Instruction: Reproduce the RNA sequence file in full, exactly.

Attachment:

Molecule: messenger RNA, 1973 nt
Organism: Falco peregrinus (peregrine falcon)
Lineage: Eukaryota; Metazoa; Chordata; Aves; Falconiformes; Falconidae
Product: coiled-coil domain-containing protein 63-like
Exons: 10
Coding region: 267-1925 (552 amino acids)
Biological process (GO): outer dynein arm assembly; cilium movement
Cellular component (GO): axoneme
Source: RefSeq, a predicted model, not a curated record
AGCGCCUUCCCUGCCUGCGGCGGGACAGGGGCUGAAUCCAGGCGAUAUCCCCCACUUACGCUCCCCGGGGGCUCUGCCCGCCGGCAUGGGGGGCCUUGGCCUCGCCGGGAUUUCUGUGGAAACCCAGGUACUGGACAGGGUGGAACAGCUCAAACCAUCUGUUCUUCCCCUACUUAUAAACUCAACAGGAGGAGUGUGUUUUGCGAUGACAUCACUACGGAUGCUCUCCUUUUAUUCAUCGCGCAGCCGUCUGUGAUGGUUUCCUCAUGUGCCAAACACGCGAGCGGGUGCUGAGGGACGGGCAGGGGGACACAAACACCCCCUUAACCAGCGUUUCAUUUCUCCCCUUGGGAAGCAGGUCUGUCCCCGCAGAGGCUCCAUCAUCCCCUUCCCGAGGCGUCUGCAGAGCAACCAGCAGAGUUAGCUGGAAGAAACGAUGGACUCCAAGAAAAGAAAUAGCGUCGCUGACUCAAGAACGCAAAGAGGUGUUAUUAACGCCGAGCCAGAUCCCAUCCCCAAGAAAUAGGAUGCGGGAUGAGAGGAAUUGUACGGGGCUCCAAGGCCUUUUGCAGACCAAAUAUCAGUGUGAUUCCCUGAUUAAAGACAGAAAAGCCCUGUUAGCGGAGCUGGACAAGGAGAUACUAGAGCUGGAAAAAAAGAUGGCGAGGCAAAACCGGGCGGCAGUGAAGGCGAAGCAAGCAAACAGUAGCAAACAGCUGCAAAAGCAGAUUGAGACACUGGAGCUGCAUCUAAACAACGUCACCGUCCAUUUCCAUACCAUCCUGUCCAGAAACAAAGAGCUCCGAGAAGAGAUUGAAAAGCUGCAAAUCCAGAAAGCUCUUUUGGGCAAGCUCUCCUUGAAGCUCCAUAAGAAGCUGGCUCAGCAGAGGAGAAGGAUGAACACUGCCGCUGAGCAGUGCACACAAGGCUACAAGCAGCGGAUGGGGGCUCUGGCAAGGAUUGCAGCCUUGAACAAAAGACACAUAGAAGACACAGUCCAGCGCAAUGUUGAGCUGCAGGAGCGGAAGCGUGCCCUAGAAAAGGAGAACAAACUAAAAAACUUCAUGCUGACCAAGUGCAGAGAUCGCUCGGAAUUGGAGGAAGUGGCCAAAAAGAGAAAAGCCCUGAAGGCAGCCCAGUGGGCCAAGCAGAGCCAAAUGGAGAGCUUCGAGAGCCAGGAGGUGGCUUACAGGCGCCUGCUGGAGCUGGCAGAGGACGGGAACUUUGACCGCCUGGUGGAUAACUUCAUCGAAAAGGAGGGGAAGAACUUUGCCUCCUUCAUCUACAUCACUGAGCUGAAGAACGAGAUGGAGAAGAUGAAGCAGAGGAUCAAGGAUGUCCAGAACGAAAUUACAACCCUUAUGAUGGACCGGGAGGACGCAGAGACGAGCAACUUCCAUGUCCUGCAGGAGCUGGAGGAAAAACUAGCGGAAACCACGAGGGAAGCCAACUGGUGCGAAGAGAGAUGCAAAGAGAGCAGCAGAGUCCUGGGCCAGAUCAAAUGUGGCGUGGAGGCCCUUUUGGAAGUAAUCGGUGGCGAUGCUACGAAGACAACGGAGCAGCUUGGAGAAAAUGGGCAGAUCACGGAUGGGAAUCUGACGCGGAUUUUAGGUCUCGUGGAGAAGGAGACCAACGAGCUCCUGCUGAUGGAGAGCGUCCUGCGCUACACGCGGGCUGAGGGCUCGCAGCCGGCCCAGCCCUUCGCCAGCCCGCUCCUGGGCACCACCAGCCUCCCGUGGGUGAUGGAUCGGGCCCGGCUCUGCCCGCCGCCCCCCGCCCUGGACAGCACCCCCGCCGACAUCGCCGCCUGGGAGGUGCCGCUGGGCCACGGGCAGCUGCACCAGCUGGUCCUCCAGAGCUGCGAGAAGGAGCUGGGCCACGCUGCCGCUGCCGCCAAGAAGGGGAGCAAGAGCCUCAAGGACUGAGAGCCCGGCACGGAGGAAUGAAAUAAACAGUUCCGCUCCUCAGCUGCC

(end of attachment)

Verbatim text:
Molecule: messenger RNA, 1973 nt
Organism: Falco peregrinus (peregrine falcon)
Lineage: Eukaryota; Metazoa; Chordata; Aves; Falconiformes; Falconidae
Product: coiled-coil domain-containing protein 63-like
Exons: 10
Coding region: 267-1925 (552 amino acids)
Biological process (GO): outer dynein arm assembly; cilium movement
Cellular component (GO): axoneme
Source: RefSeq, a predicted model, not a curated record
AGCGCCUUCCCUGCCUGCGGCGGGACAGGGGCUGAAUCCAGGCGAUAUCCCCCACUUACGCUCCCCGGGGGCUCUGCCCGCCGGCAUGGGGGGCCUUGGCCUCGCCGGGAUUUCUGUGGAAACCCAGGUACUGGACAGGGUGGAACAGCUCAAACCAUCUGUUCUUCCCCUACUUAUAAACUCAACAGGAGGAGUGUGUUUUGCGAUGACAUCACUACGGAUGCUCUCCUUUUAUUCAUCGCGCAGCCGUCUGUGAUGGUUUCCUCAUGUGCCAAACACGCGAGCGGGUGCUGAGGGACGGGCAGGGGGACACAAACACCCCCUUAACCAGCGUUUCAUUUCUCCCCUUGGGAAGCAGGUCUGUCCCCGCAGAGGCUCCAUCAUCCCCUUCCCGAGGCGUCUGCAGAGCAACCAGCAGAGUUAGCUGGAAGAAACGAUGGACUCCAAGAAAAGAAAUAGCGUCGCUGACUCAAGAACGCAAAGAGGUGUUAUUAACGCCGAGCCAGAUCCCAUCCCCAAGAAAUAGGAUGCGGGAUGAGAGGAAUUGUACGGGGCUCCAAGGCCUUUUGCAGACCAAAUAUCAGUGUGAUUCCCUGAUUAAAGACAGAAAAGCCCUGUUAGCGGAGCUGGACAAGGAGAUACUAGAGCUGGAAAAAAAGAUGGCGAGGCAAAACCGGGCGGCAGUGAAGGCGAAGCAAGCAAACAGUAGCAAACAGCUGCAAAAGCAGAUUGAGACACUGGAGCUGCAUCUAAACAACGUCACCGUCCAUUUCCAUACCAUCCUGUCCAGAAACAAAGAGCUCCGAGAAGAGAUUGAAAAGCUGCAAAUCCAGAAAGCUCUUUUGGGCAAGCUCUCCUUGAAGCUCCAUAAGAAGCUGGCUCAGCAGAGGAGAAGGAUGAACACUGCCGCUGAGCAGUGCACACAAGGCUACAAGCAGCGGAUGGGGGCUCUGGCAAGGAUUGCAGCCUUGAACAAAAGACACAUAGAAGACACAGUCCAGCGCAAUGUUGAGCUGCAGGAGCGGAAGCGUGCCCUAGAAAAGGAGAACAAACUAAAAAACUUCAUGCUGACCAAGUGCAGAGAUCGCUCGGAAUUGGAGGAAGUGGCCAAAAAGAGAAAAGCCCUGAAGGCAGCCCAGUGGGCCAAGCAGAGCCAAAUGGAGAGCUUCGAGAGCCAGGAGGUGGCUUACAGGCGCCUGCUGGAGCUGGCAGAGGACGGGAACUUUGACCGCCUGGUGGAUAACUUCAUCGAAAAGGAGGGGAAGAACUUUGCCUCCUUCAUCUACAUCACUGAGCUGAAGAACGAGAUGGAGAAGAUGAAGCAGAGGAUCAAGGAUGUCCAGAACGAAAUUACAACCCUUAUGAUGGACCGGGAGGACGCAGAGACGAGCAACUUCCAUGUCCUGCAGGAGCUGGAGGAAAAACUAGCGGAAACCACGAGGGAAGCCAACUGGUGCGAAGAGAGAUGCAAAGAGAGCAGCAGAGUCCUGGGCCAGAUCAAAUGUGGCGUGGAGGCCCUUUUGGAAGUAAUCGGUGGCGAUGCUACGAAGACAACGGAGCAGCUUGGAGAAAAUGGGCAGAUCACGGAUGGGAAUCUGACGCGGAUUUUAGGUCUCGUGGAGAAGGAGACCAACGAGCUCCUGCUGAUGGAGAGCGUCCUGCGCUACACGCGGGCUGAGGGCUCGCAGCCGGCCCAGCCCUUCGCCAGCCCGCUCCUGGGCACCACCAGCCUCCCGUGGGUGAUGGAUCGGGCCCGGCUCUGCCCGCCGCCCCCCGCCCUGGACAGCACCCCCGCCGACAUCGCCGCCUGGGAGGUGCCGCUGGGCCACGGGCAGCUGCACCAGCUGGUCCUCCAGAGCUGCGAGAAGGAGCUGGGCCACGCUGCCGCUGCCGCCAAGAAGGGGAGCAAGAGCCUCAAGGACUGAGAGCCCGGCACGGAGGAAUGAAAUAAACAGUUCCGCUCCUCAGCUGCC